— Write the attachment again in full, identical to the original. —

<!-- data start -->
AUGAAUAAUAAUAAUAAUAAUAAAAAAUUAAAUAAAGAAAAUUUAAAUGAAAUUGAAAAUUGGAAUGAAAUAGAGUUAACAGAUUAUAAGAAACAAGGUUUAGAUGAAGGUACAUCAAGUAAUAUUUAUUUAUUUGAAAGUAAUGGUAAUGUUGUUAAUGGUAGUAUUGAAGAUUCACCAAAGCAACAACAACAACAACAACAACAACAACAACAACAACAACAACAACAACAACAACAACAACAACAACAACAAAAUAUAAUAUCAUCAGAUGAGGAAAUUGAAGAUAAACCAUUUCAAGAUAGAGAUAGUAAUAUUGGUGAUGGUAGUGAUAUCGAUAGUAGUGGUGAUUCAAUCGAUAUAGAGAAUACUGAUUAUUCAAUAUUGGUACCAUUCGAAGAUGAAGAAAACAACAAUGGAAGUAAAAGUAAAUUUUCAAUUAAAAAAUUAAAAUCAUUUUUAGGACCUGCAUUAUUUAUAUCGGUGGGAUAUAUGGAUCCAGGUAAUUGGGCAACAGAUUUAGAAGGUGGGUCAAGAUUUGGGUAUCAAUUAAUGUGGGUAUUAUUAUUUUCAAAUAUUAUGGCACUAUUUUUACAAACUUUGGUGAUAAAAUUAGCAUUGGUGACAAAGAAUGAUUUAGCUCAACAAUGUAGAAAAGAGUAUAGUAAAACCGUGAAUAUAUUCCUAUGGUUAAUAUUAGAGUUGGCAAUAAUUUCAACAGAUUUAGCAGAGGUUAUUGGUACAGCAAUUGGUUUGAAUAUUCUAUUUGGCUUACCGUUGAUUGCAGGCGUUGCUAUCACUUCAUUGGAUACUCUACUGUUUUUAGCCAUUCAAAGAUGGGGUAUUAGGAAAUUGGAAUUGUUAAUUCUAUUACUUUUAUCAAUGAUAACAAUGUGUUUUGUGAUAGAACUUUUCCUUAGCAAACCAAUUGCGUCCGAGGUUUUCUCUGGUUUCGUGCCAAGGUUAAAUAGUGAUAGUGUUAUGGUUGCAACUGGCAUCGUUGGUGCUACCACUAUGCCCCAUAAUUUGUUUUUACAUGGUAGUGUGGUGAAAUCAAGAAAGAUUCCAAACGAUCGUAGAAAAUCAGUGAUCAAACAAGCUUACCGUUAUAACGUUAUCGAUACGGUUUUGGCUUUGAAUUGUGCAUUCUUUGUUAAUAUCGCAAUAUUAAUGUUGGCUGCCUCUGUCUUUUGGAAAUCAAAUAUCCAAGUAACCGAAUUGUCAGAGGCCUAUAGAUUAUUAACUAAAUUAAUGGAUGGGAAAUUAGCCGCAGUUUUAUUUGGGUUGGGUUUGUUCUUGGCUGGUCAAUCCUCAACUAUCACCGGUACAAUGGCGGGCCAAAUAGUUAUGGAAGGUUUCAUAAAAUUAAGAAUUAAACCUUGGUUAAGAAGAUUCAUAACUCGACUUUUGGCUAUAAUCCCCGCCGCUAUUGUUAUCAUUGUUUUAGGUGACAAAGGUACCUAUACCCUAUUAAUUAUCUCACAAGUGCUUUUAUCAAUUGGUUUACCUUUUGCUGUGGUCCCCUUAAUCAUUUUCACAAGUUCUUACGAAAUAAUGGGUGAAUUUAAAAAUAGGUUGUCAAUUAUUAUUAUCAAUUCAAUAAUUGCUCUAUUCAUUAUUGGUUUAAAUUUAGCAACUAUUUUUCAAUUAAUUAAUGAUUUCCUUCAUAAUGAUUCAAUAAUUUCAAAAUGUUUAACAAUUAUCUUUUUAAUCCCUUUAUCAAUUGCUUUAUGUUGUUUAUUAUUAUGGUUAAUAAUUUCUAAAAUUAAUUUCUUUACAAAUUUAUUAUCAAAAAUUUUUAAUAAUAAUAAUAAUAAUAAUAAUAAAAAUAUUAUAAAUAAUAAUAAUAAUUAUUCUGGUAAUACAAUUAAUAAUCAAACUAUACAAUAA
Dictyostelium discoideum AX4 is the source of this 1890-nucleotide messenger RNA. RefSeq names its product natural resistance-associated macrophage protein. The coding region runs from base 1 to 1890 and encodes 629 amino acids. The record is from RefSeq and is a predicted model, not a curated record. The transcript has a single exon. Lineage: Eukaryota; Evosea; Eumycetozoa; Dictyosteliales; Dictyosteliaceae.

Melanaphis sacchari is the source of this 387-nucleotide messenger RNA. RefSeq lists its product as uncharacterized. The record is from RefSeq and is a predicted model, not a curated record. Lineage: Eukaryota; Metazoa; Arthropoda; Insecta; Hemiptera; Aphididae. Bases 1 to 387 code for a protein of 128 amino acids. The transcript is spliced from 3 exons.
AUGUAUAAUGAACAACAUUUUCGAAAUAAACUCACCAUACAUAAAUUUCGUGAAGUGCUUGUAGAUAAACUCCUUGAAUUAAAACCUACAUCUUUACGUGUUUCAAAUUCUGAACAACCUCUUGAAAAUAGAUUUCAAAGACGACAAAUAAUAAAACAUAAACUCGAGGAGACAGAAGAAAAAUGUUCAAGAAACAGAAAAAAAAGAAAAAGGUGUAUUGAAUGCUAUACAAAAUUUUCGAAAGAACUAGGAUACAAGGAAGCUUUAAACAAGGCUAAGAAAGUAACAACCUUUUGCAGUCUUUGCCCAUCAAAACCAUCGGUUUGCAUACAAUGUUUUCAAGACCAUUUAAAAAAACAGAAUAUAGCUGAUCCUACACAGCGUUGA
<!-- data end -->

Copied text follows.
AUGAAUAAUAAUAAUAAUAAUAAAAAAUUAAAUAAAGAAAAUUUAAAUGAAAUUGAAAAUUGGAAUGAAAUAGAGUUAACAGAUUAUAAGAAACAAGGUUUAGAUGAAGGUACAUCAAGUAAUAUUUAUUUAUUUGAAAGUAAUGGUAAUGUUGUUAAUGGUAGUAUUGAAGAUUCACCAAAGCAACAACAACAACAACAACAACAACAACAACAACAACAACAACAACAACAACAACAACAACAACAACAACAAAAUAUAAUAUCAUCAGAUGAGGAAAUUGAAGAUAAACCAUUUCAAGAUAGAGAUAGUAAUAUUGGUGAUGGUAGUGAUAUCGAUAGUAGUGGUGAUUCAAUCGAUAUAGAGAAUACUGAUUAUUCAAUAUUGGUACCAUUCGAAGAUGAAGAAAACAACAAUGGAAGUAAAAGUAAAUUUUCAAUUAAAAAAUUAAAAUCAUUUUUAGGACCUGCAUUAUUUAUAUCGGUGGGAUAUAUGGAUCCAGGUAAUUGGGCAACAGAUUUAGAAGGUGGGUCAAGAUUUGGGUAUCAAUUAAUGUGGGUAUUAUUAUUUUCAAAUAUUAUGGCACUAUUUUUACAAACUUUGGUGAUAAAAUUAGCAUUGGUGACAAAGAAUGAUUUAGCUCAACAAUGUAGAAAAGAGUAUAGUAAAACCGUGAAUAUAUUCCUAUGGUUAAUAUUAGAGUUGGCAAUAAUUUCAACAGAUUUAGCAGAGGUUAUUGGUACAGCAAUUGGUUUGAAUAUUCUAUUUGGCUUACCGUUGAUUGCAGGCGUUGCUAUCACUUCAUUGGAUACUCUACUGUUUUUAGCCAUUCAAAGAUGGGGUAUUAGGAAAUUGGAAUUGUUAAUUCUAUUACUUUUAUCAAUGAUAACAAUGUGUUUUGUGAUAGAACUUUUCCUUAGCAAACCAAUUGCGUCCGAGGUUUUCUCUGGUUUCGUGCCAAGGUUAAAUAGUGAUAGUGUUAUGGUUGCAACUGGCAUCGUUGGUGCUACCACUAUGCCCCAUAAUUUGUUUUUACAUGGUAGUGUGGUGAAAUCAAGAAAGAUUCCAAACGAUCGUAGAAAAUCAGUGAUCAAACAAGCUUACCGUUAUAACGUUAUCGAUACGGUUUUGGCUUUGAAUUGUGCAUUCUUUGUUAAUAUCGCAAUAUUAAUGUUGGCUGCCUCUGUCUUUUGGAAAUCAAAUAUCCAAGUAACCGAAUUGUCAGAGGCCUAUAGAUUAUUAACUAAAUUAAUGGAUGGGAAAUUAGCCGCAGUUUUAUUUGGGUUGGGUUUGUUCUUGGCUGGUCAAUCCUCAACUAUCACCGGUACAAUGGCGGGCCAAAUAGUUAUGGAAGGUUUCAUAAAAUUAAGAAUUAAACCUUGGUUAAGAAGAUUCAUAACUCGACUUUUGGCUAUAAUCCCCGCCGCUAUUGUUAUCAUUGUUUUAGGUGACAAAGGUACCUAUACCCUAUUAAUUAUCUCACAAGUGCUUUUAUCAAUUGGUUUACCUUUUGCUGUGGUCCCCUUAAUCAUUUUCACAAGUUCUUACGAAAUAAUGGGUGAAUUUAAAAAUAGGUUGUCAAUUAUUAUUAUCAAUUCAAUAAUUGCUCUAUUCAUUAUUGGUUUAAAUUUAGCAACUAUUUUUCAAUUAAUUAAUGAUUUCCUUCAUAAUGAUUCAAUAAUUUCAAAAUGUUUAACAAUUAUCUUUUUAAUCCCUUUAUCAAUUGCUUUAUGUUGUUUAUUAUUAUGGUUAAUAAUUUCUAAAAUUAAUUUCUUUACAAAUUUAUUAUCAAAAAUUUUUAAUAAUAAUAAUAAUAAUAAUAAUAAAAAUAUUAUAAAUAAUAAUAAUAAUUAUUCUGGUAAUACAAUUAAUAAUCAAACUAUACAAUAA
Dictyostelium discoideum AX4 is the source of this 1890-nucleotide messenger RNA. RefSeq names its product natural resistance-associated macrophage protein. The coding region runs from base 1 to 1890 and encodes 629 amino acids. The record is from RefSeq and is a predicted model, not a curated record. The transcript has a single exon. Lineage: Eukaryota; Evosea; Eumycetozoa; Dictyosteliales; Dictyosteliaceae.

Melanaphis sacchari is the source of this 387-nucleotide messenger RNA. RefSeq lists its product as uncharacterized. The record is from RefSeq and is a predicted model, not a curated record. Lineage: Eukaryota; Metazoa; Arthropoda; Insecta; Hemiptera; Aphididae. Bases 1 to 387 code for a protein of 128 amino acids. The transcript is spliced from 3 exons.
AUGUAUAAUGAACAACAUUUUCGAAAUAAACUCACCAUACAUAAAUUUCGUGAAGUGCUUGUAGAUAAACUCCUUGAAUUAAAACCUACAUCUUUACGUGUUUCAAAUUCUGAACAACCUCUUGAAAAUAGAUUUCAAAGACGACAAAUAAUAAAACAUAAACUCGAGGAGACAGAAGAAAAAUGUUCAAGAAACAGAAAAAAAAGAAAAAGGUGUAUUGAAUGCUAUACAAAAUUUUCGAAAGAACUAGGAUACAAGGAAGCUUUAAACAAGGCUAAGAAAGUAACAACCUUUUGCAGUCUUUGCCCAUCAAAACCAUCGGUUUGCAUACAAUGUUUUCAAGACCAUUUAAAAAAACAGAAUAUAGCUGAUCCUACACAGCGUUGA